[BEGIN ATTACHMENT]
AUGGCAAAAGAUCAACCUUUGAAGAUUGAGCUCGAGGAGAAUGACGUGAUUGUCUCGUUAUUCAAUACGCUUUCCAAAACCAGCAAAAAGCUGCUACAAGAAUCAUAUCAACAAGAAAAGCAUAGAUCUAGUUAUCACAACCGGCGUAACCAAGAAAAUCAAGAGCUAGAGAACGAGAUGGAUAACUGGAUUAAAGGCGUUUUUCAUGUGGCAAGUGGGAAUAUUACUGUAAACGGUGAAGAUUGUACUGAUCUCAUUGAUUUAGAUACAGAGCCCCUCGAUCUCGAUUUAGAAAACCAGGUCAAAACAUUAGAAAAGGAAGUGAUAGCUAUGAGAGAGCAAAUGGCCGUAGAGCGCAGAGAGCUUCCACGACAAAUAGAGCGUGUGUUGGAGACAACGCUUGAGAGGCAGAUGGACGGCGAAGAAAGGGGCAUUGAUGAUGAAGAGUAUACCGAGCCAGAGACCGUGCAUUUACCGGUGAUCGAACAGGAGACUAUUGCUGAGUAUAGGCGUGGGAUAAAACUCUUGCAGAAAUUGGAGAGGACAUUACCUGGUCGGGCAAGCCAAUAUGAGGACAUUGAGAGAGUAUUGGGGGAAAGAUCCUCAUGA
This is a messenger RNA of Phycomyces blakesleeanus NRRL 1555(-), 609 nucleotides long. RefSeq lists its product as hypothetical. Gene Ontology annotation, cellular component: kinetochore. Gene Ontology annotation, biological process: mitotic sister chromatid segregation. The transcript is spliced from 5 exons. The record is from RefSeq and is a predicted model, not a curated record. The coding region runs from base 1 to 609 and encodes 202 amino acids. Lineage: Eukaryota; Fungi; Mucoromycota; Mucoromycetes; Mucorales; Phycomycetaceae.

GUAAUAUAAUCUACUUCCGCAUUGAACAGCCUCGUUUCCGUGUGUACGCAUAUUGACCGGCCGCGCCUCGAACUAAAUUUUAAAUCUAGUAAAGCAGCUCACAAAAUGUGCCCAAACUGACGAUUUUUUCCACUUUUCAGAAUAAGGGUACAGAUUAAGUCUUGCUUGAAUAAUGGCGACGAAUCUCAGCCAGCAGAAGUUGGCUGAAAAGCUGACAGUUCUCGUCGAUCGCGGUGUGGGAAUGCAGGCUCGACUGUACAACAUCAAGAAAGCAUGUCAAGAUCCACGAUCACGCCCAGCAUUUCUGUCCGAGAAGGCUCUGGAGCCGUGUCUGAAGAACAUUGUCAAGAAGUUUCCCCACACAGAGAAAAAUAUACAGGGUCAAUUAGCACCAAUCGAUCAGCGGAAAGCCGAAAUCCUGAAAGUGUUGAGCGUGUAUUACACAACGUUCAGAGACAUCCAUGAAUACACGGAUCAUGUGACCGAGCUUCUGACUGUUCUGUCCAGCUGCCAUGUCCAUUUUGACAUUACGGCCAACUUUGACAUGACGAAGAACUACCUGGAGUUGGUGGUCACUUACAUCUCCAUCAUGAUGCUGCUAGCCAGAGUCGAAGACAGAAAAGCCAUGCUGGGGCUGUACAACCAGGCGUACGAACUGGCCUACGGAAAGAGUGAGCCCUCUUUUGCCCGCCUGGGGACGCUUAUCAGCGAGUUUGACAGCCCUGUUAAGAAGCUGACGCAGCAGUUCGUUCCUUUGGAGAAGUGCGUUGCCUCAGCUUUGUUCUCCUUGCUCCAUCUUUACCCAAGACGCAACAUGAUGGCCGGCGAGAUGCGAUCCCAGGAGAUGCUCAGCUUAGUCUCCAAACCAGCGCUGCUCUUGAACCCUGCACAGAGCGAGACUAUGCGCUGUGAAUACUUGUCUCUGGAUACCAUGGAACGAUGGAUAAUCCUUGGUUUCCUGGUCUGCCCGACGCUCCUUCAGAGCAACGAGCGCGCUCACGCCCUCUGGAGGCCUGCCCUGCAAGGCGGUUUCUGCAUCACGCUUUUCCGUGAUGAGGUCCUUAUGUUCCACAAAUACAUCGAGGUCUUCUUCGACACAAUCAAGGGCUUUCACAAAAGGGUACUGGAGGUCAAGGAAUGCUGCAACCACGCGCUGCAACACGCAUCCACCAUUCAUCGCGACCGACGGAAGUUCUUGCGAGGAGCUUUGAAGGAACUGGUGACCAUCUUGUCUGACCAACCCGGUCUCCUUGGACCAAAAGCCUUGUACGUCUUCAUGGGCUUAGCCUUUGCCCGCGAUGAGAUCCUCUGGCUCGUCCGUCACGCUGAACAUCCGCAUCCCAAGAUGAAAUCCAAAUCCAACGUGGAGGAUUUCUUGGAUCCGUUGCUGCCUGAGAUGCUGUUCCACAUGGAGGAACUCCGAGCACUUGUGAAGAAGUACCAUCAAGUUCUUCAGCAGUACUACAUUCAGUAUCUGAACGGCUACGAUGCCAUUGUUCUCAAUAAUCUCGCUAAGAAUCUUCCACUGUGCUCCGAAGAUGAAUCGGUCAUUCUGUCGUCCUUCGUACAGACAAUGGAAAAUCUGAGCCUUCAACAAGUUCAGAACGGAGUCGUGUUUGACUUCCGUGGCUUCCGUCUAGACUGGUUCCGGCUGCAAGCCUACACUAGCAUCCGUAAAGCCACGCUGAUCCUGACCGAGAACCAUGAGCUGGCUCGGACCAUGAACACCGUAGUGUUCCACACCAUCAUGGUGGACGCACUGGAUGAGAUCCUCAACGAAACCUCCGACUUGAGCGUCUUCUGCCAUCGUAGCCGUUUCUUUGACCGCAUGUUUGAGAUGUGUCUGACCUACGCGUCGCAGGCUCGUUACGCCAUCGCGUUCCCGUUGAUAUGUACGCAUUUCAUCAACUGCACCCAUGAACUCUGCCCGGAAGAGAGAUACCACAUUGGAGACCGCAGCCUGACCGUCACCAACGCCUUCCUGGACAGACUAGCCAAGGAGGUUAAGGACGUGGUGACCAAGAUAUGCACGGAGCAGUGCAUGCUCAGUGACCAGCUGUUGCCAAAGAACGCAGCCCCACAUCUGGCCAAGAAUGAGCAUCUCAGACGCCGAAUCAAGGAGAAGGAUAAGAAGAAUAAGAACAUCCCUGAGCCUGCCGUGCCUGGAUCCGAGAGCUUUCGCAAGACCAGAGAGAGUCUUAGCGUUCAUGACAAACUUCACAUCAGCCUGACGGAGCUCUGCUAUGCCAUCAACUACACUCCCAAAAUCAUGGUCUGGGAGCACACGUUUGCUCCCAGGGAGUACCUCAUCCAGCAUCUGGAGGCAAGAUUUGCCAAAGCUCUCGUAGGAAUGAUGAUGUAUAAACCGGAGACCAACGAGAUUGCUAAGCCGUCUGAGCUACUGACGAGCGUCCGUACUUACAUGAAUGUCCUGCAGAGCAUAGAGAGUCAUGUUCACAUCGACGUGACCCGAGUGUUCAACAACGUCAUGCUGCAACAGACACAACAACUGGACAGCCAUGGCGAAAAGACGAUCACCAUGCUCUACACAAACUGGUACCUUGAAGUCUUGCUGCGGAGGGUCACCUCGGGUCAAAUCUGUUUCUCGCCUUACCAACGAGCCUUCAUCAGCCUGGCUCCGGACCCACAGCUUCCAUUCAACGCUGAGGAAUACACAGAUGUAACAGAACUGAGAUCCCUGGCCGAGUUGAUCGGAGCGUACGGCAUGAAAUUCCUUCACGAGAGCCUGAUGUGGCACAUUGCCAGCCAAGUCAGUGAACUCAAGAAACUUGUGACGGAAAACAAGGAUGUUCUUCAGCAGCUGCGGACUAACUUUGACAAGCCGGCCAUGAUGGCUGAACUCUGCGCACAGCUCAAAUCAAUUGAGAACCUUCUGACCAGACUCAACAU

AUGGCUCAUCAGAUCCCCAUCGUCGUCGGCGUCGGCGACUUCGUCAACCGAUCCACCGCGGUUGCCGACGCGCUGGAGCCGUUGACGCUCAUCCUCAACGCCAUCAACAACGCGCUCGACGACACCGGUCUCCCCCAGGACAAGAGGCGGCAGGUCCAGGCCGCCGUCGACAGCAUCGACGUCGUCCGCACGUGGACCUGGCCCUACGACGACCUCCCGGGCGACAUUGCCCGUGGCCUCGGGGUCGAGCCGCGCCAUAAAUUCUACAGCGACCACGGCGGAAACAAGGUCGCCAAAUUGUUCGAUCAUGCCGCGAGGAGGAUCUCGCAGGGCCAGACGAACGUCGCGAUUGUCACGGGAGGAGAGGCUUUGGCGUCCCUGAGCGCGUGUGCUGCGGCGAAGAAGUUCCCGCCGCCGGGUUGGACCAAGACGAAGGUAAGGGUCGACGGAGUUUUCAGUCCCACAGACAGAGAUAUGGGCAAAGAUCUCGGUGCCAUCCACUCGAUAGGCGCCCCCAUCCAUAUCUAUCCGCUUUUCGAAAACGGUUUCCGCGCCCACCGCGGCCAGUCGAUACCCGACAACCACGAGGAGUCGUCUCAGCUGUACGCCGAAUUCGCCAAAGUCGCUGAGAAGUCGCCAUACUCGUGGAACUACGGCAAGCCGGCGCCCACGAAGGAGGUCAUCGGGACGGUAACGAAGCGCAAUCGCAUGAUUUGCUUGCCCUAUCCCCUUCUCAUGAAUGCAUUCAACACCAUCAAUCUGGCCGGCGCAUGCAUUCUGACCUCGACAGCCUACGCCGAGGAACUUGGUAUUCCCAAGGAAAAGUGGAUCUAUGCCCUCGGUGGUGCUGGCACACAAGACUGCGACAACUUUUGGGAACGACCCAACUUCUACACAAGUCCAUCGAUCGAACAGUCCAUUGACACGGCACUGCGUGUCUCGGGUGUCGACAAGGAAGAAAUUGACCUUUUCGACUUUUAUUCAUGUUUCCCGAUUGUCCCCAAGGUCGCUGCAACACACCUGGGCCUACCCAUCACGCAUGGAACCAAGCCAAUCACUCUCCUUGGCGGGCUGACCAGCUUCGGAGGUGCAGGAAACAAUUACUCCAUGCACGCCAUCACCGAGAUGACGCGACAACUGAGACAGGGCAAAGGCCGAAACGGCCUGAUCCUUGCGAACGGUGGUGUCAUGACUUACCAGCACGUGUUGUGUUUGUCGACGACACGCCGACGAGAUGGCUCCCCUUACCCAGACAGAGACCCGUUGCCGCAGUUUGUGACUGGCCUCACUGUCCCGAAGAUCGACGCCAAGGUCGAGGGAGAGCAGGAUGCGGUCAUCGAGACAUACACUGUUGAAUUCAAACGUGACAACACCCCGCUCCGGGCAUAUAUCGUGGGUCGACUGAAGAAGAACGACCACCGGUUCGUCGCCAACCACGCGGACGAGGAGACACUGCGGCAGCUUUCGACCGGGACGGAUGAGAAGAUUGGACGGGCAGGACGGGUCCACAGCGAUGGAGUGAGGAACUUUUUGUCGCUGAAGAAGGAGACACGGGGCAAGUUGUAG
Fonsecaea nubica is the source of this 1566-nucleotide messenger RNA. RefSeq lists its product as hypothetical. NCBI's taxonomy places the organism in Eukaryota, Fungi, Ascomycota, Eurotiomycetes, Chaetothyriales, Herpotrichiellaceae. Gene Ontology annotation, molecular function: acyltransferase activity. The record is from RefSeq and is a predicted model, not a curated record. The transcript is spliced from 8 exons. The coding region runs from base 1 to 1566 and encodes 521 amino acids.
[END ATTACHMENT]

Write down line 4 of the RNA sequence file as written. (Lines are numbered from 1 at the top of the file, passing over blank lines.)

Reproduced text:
AUGGCUCAUCAGAUCCCCAUCGUCGUCGGCGUCGGCGACUUCGUCAACCGAUCCACCGCGGUUGCCGACGCGCUGGAGCCGUUGACGCUCAUCCUCAACGCCAUCAACAACGCGCUCGACGACACCGGUCUCCCCCAGGACAAGAGGCGGCAGGUCCAGGCCGCCGUCGACAGCAUCGACGUCGUCCGCACGUGGACCUGGCCCUACGACGACCUCCCGGGCGACAUUGCCCGUGGCCUCGGGGUCGAGCCGCGCCAUAAAUUCUACAGCGACCACGGCGGAAACAAGGUCGCCAAAUUGUUCGAUCAUGCCGCGAGGAGGAUCUCGCAGGGCCAGACGAACGUCGCGAUUGUCACGGGAGGAGAGGCUUUGGCGUCCCUGAGCGCGUGUGCUGCGGCGAAGAAGUUCCCGCCGCCGGGUUGGACCAAGACGAAGGUAAGGGUCGACGGAGUUUUCAGUCCCACAGACAGAGAUAUGGGCAAAGAUCUCGGUGCCAUCCACUCGAUAGGCGCCCCCAUCCAUAUCUAUCCGCUUUUCGAAAACGGUUUCCGCGCCCACCGCGGCCAGUCGAUACCCGACAACCACGAGGAGUCGUCUCAGCUGUACGCCGAAUUCGCCAAAGUCGCUGAGAAGUCGCCAUACUCGUGGAACUACGGCAAGCCGGCGCCCACGAAGGAGGUCAUCGGGACGGUAACGAAGCGCAAUCGCAUGAUUUGCUUGCCCUAUCCCCUUCUCAUGAAUGCAUUCAACACCAUCAAUCUGGCCGGCGCAUGCAUUCUGACCUCGACAGCCUACGCCGAGGAACUUGGUAUUCCCAAGGAAAAGUGGAUCUAUGCCCUCGGUGGUGCUGGCACACAAGACUGCGACAACUUUUGGGAACGACCCAACUUCUACACAAGUCCAUCGAUCGAACAGUCCAUUGACACGGCACUGCGUGUCUCGGGUGUCGACAAGGAAGAAAUUGACCUUUUCGACUUUUAUUCAUGUUUCCCGAUUGUCCCCAAGGUCGCUGCAACACACCUGGGCCUACCCAUCACGCAUGGAACCAAGCCAAUCACUCUCCUUGGCGGGCUGACCAGCUUCGGAGGUGCAGGAAACAAUUACUCCAUGCACGCCAUCACCGAGAUGACGCGACAACUGAGACAGGGCAAAGGCCGAAACGGCCUGAUCCUUGCGAACGGUGGUGUCAUGACUUACCAGCACGUGUUGUGUUUGUCGACGACACGCCGACGAGAUGGCUCCCCUUACCCAGACAGAGACCCGUUGCCGCAGUUUGUGACUGGCCUCACUGUCCCGAAGAUCGACGCCAAGGUCGAGGGAGAGCAGGAUGCGGUCAUCGAGACAUACACUGUUGAAUUCAAACGUGACAACACCCCGCUCCGGGCAUAUAUCGUGGGUCGACUGAAGAAGAACGACCACCGGUUCGUCGCCAACCACGCGGACGAGGAGACACUGCGGCAGCUUUCGACCGGGACGGAUGAGAAGAUUGGACGGGCAGGACGGGUCCACAGCGAUGGAGUGAGGAACUUUUUGUCGCUGAAGAAGGAGACACGGGGCAAGUUGUAG